Draw What You See: The Life and Art of Benny Andrews by Kathleen BensonDraw What You See: The Life and Art of Benny Andrews by Kathleen Benson

Draw What You See: The Life and Art of Benny Andrews

byKathleen BensonIllustratorBenny Andrews

Hardcover | January 6, 2015

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Benny Andrews loved to draw. He drew his nine brothers and sisters, and his parents. He drew the red earth of the fields where they all worked, the hot sun that beat down, and the rows and rows of crops. As Benny hauled buckets of water, he made pictures in his head. And he dreamed of a better life-something beyond the segregation, the backbreaking labor, and the limited opportunities of his world.&nbsp&nbsp&nbsp&nbsp&nbsp Benny's dreams&nbsptook him far from the rural Georgia of his childhood. He became one of the most important African American&nbsppainters of the&nbsptwentieth century, and he opened doors for other artists of color.&nbspHis&nbspstory will inspire budding young artists to work hard and follow their dreams.&nbsp&nbsp&nbsp&nbsp&nbsp
Kathleen Benson is the coauthor of many picture books, including John Lewis in the Lead, which was illustrated by Benny Andrews. She lives in Manhattan.   Benny Andrews  illustrated more than twenty books for children, including Poetry for Young People: Langston Hughes, for which he was awarded a Coretta Scott King ...
Title:Draw What You See: The Life and Art of Benny AndrewsFormat:HardcoverDimensions:32 pages, 11 × 8.5 × 0.35 inPublished:January 6, 2015Publisher:Houghton Mifflin HarcourtLanguage:English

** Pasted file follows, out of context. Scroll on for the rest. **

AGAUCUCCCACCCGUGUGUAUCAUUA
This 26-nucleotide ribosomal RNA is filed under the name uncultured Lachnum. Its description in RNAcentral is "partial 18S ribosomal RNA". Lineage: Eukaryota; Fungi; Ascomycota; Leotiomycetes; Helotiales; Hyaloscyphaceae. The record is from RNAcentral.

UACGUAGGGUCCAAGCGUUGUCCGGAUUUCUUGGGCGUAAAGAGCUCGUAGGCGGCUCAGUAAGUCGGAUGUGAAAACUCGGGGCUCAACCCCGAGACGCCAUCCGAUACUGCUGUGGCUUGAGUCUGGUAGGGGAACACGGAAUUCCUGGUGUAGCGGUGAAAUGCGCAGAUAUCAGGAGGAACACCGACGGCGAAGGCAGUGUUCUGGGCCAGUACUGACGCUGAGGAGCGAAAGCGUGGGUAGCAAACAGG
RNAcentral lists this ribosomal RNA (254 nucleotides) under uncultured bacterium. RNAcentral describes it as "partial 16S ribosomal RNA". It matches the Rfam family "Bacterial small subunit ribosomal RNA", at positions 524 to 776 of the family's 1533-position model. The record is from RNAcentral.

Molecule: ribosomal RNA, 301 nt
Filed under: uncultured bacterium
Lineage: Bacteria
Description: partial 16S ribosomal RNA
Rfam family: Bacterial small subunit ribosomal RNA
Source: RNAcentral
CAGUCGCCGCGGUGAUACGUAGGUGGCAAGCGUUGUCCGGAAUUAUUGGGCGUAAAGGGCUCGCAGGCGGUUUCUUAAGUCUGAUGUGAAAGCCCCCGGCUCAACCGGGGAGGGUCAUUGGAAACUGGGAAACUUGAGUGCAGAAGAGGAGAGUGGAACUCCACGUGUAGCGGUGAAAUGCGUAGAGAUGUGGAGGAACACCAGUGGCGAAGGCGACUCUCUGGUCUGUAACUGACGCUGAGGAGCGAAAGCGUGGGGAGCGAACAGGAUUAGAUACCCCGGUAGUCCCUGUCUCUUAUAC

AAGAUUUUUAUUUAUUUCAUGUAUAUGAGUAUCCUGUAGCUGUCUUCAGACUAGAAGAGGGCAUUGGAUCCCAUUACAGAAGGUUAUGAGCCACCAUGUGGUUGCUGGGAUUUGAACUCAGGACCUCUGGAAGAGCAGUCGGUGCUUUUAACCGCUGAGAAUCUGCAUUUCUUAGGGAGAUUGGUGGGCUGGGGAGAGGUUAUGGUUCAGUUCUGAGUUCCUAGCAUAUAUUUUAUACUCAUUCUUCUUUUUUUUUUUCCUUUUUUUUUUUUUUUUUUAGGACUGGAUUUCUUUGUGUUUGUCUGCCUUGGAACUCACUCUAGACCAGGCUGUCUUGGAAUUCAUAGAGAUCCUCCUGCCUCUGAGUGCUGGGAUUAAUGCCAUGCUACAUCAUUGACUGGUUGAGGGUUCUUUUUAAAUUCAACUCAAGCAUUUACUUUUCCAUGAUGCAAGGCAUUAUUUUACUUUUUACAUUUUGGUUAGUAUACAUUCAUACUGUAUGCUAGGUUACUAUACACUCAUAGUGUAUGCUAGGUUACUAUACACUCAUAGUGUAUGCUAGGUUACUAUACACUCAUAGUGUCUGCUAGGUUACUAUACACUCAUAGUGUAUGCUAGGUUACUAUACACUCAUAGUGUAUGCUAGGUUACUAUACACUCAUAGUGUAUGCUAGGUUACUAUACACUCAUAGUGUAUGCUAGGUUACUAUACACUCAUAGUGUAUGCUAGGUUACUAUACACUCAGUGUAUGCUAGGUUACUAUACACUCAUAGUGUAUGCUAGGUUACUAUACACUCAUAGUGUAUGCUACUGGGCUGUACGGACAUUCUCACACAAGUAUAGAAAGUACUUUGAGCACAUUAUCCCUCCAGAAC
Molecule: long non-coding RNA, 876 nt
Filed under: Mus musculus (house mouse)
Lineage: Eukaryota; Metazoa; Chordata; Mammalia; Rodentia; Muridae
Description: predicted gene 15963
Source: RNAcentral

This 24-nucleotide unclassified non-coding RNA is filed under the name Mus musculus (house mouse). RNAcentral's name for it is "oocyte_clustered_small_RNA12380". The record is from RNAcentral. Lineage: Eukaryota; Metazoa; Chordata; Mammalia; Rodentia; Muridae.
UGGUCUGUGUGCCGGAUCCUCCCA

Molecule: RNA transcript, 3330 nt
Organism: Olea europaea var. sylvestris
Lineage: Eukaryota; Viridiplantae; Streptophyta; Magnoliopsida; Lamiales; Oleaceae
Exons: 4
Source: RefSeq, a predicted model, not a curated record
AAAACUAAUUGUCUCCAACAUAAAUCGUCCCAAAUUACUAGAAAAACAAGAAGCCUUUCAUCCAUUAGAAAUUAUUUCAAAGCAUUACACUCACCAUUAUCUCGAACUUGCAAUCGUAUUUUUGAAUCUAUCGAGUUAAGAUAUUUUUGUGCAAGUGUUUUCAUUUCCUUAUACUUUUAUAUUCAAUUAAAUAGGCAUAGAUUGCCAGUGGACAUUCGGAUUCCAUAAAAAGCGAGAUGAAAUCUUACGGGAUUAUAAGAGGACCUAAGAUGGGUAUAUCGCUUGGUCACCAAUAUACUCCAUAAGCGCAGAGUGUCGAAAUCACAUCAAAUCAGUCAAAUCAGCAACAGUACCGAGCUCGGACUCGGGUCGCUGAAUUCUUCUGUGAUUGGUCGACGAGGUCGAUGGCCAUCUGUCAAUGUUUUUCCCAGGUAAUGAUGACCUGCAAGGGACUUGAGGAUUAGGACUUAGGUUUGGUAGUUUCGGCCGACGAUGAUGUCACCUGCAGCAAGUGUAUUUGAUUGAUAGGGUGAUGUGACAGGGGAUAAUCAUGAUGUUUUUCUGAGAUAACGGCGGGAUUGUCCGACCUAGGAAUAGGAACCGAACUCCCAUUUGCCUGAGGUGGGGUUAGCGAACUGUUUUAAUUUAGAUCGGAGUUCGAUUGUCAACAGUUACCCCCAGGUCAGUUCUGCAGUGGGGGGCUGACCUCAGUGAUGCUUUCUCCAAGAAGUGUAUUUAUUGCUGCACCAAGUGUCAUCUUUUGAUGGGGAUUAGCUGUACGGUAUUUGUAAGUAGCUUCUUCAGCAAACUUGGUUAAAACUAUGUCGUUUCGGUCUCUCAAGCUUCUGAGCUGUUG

The following ISBNs are associated with this title:

ISBN - 10:0544104870

ISBN - 13:9780544104877


Editorial Reviews

There's no better illustrator for this narrative than Andrews himself." -Booklist "[Andrews'] images blend whimsical elements-tree leaves resemble globular mosaic glasswork in one scene-with stark depictions of struggle, emphasizing his efforts to find intersections between creativity and social justice." -Publishers Weekly * "This singular biography refocuses attention on the struggle for social justice through the extraordinary visions of this singular painter-every illustration is the artist's own." - Kirkus, starred review "The narrative is expertly crafted around original Andrews paintings, which are notable for their focus on autobiographical elements and people's experiences of prejudice as well as for the expressionistic stylization of figures." -Horn Book Magazine "Photographs of the artist in his studio open and close the book. His artwork and his story will inspire children to both "draw what they see" and live out their dreams." -Shelf Awareness * "A powerful work about an influential artist and activist." - School Library Journal, starred review "The illustrations are taken from Andrews' paintings, and the full-bleed images that fill the lanky pages and sometimes double-page spreads showcase Andrews' figural strengths, folkloric echoes, and eye for composition? they effectively convey the way Andrews drew on his life and surroundings for his art." -Bulletin "